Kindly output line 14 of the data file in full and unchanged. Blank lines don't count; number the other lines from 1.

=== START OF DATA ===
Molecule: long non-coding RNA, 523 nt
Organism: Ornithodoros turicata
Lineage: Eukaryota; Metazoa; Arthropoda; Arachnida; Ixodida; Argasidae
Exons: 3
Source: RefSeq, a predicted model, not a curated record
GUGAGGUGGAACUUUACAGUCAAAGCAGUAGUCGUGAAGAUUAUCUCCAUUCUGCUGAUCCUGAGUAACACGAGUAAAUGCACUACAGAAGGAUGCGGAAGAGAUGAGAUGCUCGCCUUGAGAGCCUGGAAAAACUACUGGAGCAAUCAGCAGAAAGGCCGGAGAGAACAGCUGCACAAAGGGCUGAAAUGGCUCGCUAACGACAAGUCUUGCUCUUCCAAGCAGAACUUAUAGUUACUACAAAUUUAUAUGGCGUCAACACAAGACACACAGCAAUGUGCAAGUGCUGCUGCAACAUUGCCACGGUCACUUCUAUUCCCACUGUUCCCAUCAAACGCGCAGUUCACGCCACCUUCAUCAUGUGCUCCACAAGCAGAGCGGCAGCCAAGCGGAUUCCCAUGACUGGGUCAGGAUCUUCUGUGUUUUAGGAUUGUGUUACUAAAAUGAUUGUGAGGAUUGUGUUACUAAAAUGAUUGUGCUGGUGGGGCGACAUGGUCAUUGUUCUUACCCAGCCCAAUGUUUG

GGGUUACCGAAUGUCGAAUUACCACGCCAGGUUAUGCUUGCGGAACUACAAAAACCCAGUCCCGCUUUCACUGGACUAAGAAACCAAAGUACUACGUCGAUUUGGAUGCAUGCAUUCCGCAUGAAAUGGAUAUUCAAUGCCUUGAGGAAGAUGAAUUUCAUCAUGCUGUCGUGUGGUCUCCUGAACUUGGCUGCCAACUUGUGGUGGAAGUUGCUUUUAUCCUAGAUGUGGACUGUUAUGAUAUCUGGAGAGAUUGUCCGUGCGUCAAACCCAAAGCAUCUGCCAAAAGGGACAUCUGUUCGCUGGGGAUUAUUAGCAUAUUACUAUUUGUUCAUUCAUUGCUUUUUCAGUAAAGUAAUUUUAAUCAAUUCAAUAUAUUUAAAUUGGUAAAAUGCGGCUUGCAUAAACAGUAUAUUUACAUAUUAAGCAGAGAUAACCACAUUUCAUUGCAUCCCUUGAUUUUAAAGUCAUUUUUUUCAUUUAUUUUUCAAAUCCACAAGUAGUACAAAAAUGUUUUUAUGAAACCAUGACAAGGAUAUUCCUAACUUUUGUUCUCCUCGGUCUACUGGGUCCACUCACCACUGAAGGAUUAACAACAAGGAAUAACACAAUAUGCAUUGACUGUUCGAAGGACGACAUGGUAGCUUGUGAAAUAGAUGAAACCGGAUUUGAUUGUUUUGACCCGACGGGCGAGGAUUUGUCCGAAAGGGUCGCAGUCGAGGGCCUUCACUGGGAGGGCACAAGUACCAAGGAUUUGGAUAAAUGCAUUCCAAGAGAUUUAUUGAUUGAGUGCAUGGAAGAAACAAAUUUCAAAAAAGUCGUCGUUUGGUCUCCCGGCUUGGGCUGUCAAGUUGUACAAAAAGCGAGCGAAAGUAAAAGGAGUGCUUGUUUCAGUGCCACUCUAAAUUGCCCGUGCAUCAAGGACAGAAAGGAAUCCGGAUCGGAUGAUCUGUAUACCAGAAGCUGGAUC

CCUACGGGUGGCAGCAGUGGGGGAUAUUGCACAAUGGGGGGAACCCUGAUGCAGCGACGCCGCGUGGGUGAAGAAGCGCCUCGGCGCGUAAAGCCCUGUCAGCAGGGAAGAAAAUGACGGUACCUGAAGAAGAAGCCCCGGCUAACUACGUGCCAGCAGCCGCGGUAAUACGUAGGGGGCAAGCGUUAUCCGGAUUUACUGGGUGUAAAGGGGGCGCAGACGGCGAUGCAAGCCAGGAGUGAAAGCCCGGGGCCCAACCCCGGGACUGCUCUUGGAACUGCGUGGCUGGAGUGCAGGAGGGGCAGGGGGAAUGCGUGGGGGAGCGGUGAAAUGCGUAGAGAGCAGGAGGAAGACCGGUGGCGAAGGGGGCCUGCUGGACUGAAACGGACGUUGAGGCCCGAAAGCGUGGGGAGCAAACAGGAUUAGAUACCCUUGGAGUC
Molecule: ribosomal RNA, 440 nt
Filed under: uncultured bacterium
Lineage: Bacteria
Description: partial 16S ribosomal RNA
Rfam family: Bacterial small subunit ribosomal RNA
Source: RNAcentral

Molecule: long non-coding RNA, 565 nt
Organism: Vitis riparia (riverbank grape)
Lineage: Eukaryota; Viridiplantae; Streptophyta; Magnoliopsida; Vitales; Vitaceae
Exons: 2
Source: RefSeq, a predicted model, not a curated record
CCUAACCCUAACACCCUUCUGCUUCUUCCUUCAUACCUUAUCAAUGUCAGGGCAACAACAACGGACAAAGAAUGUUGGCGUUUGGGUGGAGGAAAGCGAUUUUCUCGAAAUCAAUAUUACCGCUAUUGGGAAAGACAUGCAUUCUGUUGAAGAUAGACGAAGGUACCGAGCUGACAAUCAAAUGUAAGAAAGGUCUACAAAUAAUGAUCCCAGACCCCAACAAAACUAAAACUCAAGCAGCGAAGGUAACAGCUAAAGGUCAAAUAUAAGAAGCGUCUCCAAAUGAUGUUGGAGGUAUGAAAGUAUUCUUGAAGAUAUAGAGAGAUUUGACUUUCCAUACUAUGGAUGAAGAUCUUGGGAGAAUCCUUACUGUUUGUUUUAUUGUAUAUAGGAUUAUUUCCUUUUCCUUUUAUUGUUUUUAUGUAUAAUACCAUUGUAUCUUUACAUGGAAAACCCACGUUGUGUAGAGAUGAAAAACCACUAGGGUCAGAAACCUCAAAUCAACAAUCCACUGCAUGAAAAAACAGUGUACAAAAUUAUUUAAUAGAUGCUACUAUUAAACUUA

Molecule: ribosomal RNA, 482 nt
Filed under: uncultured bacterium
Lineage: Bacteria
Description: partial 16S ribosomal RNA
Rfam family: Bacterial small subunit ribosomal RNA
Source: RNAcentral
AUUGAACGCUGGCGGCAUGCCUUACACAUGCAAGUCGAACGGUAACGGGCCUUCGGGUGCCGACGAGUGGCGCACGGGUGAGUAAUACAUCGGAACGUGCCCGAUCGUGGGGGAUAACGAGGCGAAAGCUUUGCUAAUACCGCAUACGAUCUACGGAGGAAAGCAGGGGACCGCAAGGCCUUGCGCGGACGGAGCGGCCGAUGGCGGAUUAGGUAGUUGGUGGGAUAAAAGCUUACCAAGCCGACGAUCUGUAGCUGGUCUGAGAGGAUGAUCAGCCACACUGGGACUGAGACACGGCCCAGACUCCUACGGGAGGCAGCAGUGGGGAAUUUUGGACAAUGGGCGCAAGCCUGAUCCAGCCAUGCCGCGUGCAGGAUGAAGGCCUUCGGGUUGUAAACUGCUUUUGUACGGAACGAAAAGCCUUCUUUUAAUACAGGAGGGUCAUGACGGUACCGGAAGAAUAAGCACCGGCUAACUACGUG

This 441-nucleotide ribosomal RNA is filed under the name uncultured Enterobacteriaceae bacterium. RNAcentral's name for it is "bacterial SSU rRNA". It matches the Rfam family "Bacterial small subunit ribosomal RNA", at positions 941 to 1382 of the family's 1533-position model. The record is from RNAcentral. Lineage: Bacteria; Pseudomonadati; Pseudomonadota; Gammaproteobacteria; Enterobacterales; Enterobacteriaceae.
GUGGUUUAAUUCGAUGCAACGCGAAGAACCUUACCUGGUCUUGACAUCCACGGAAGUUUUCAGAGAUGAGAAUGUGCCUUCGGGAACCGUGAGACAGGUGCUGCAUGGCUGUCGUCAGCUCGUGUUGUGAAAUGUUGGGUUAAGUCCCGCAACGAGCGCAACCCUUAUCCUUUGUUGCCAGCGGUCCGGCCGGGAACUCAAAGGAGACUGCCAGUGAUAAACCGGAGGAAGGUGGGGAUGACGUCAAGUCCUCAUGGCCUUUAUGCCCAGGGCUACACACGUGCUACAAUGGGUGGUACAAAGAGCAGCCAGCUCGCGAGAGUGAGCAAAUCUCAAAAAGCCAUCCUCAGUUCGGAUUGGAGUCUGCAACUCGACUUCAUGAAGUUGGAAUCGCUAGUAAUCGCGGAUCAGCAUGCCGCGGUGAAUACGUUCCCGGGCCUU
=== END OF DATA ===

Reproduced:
Source: RNAcentral